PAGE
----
Nos. 7 and 780 January Term, 1977, Appeals from Judgments of Sentence of the Court of Common Pleas, Criminal, of Philadelphia at Nos. 1174 and 1175 April Term, 1975
F. Emmet Ciccone, Philadelphia, for appellant.
Edward G. Rendell, Dist. Atty., Steven H. Goldblatt, Deputy Dist. Atty. for Law, Robert B. Lawler, Chief, Appeals Div., Gaile McLaughlin Barthold, Asst. Dist. Attys., Philadelphia, for appellee.
Eagen, C. J., and O'Brien, Roberts, Nix, Manderino and Larsen, JJ. Pomeroy, J., took no part in the consideration or decision of this case. Nix and Manderino, JJ., concur in the result.
Appellant, Harvey G. Jarvis, was convicted by a jury of voluntary manslaughter and a weapons violation. Post-verdict motions were denied and appellant was sentenced to one to ten years' imprisonment for the voluntary manslaughter conviction, with a consecutive probationary term of five years for the weapons violation. This direct appeal followed.*fn1
The facts are as follows. On March 8, 1975, appellant was tending bar at Ed and Mickey's Chaise Lounge Bar in North Philadelphia. At various times during the day, the victim,
Ernest Harville, had been in the bar arguing with appellant about Selena Harris, who evidently had been seeing both men. During these arguments, the victim told appellant, "Either you're going to kill me or I'm sure as hell going to kill you."
At approximately 11:00 p. m., appellant received a phone call from Ms. Harris telling him that Harville had been to her apartment with a gun stating that he was going to kill appellant. After receiving this call, appellant took a gun from behind the bar and placed it in his back pocket.
Shortly thereafter, the victim arrived at the bar, but various patrons prevented him from entering. At that time, Ms. Harris called the bar and asked to speak with the victim. Harville was allowed to enter the bar and went into a phone booth.
Since the victim appeared to have calmed down upon entering the bar, appellant approached the phone booth. As he approached the booth, he heard the victim state, "Here comes [Jarvis] now. I'm going to blow his . . . brains out." Because appellant thought that the victim was reaching for a gun, he pulled his own weapon and shot the victim three times. The victim died as a result of these wounds.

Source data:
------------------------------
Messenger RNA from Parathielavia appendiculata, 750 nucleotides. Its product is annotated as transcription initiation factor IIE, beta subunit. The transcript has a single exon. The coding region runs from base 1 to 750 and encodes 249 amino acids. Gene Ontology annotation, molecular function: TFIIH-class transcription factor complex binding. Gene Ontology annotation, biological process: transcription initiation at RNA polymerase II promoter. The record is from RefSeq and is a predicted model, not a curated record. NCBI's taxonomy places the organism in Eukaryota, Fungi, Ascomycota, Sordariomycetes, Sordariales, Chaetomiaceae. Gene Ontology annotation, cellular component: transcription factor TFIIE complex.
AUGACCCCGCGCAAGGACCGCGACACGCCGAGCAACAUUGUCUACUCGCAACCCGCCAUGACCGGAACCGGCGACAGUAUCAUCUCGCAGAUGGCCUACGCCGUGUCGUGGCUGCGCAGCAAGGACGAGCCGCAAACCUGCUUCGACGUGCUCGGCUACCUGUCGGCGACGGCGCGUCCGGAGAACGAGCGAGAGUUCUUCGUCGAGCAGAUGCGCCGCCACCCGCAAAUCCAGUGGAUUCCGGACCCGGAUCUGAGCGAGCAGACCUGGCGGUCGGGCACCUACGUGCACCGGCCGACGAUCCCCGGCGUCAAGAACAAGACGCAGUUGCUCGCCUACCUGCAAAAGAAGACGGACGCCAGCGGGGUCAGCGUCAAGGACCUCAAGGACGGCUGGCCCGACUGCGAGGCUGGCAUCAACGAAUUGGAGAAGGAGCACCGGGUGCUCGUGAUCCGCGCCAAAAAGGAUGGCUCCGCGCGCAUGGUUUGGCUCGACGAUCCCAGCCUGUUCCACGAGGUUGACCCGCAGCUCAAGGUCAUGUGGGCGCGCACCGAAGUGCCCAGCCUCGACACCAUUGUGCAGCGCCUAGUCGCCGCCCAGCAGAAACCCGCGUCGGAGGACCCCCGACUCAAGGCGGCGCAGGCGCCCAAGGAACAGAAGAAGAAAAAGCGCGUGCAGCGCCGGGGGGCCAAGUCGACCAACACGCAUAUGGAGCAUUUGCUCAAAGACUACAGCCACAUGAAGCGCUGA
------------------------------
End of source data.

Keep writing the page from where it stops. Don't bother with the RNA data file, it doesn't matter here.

Appellant first alleges that the trial court erred when it failed to instruct the jury on involuntary manslaughter. We do not agree with appellant for two reasons. The facts are as follows.
When appellant was indicted, he was charged with murder, voluntary manslaughter, involuntary manslaughter and various weapons offenses. At the commencement of trial, appellant's counsel requested that the involuntary manslaughter indictment be consolidated with the other charges, "As I [defense counsel] intend to ask for a charge on involuntary manslaughter at the end of trial." The trial court, however, refused the motion for consolidation. Subsequently, appellant never requested that the trial court instruct the jury on involuntary manslaughter. Under these circumstances, we believe this claim has been waived.
Pa.R.Crim.P. 1119 provides:
"(a) Any party may submit to the trial judge written requests for instructions to the jury. Such requests shall be submitted within a reasonable time before the closing arguments, and at the same time copies thereof shall be furnished to the other parties. The trial judge shall charge the jury after the arguments are completed, and shall then rule on all written requests.
"(b) No portions of the charge nor omissions therefrom may be assigned as error, unless specific objections are made thereto before the jury retires to deliberate. All such objections shall be made beyond the hearing of the jury." (Emphasis added.)
As appellant neither submitted a written request for an involuntary manslaughter instruction nor objected to the court's failure to so charge, we believe this claim has been waived.*fn2
Appellant cites Commonwealth v. Moore, 463 Pa. 317, 344 A.2d 850 (1975) [opinion of the court by Justice (now Chief Justice) Eagen and by Justice O'Brien], to buttress his position that the court erred in not charging on involuntary manslaughter. There, we held that where evidence existed which would support a finding of involuntary manslaughter, it was error to refuse a motion to consolidate an involuntary manslaughter indictment with the other charges. In Moore, however, the defendant, in addition to requesting consolidation, specifically requested that the court charge the jury that involuntary manslaughter was a permissible verdict. In the instant case, no such request accompanied ...